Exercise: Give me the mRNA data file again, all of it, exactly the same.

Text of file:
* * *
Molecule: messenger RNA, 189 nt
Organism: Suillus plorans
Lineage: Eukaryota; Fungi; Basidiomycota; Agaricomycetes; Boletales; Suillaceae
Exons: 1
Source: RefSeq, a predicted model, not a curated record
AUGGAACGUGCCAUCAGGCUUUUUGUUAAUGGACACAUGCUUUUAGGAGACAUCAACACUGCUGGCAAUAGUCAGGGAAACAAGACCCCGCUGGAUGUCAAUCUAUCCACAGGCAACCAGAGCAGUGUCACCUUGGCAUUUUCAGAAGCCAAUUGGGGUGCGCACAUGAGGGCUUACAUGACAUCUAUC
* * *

Molecule: messenger RNA, 189 nt
Organism: Suillus plorans
Lineage: Eukaryota; Fungi; Basidiomycota; Agaricomycetes; Boletales; Suillaceae
Exons: 1
Source: RefSeq, a predicted model, not a curated record
AUGGAACGUGCCAUCAGGCUUUUUGUUAAUGGACACAUGCUUUUAGGAGACAUCAACACUGCUGGCAAUAGUCAGGGAAACAAGACCCCGCUGGAUGUCAAUCUAUCCACAGGCAACCAGAGCAGUGUCACCUUGGCAUUUUCAGAAGCCAAUUGGGGUGCGCACAUGAGGGCUUACAUGACAUCUAUC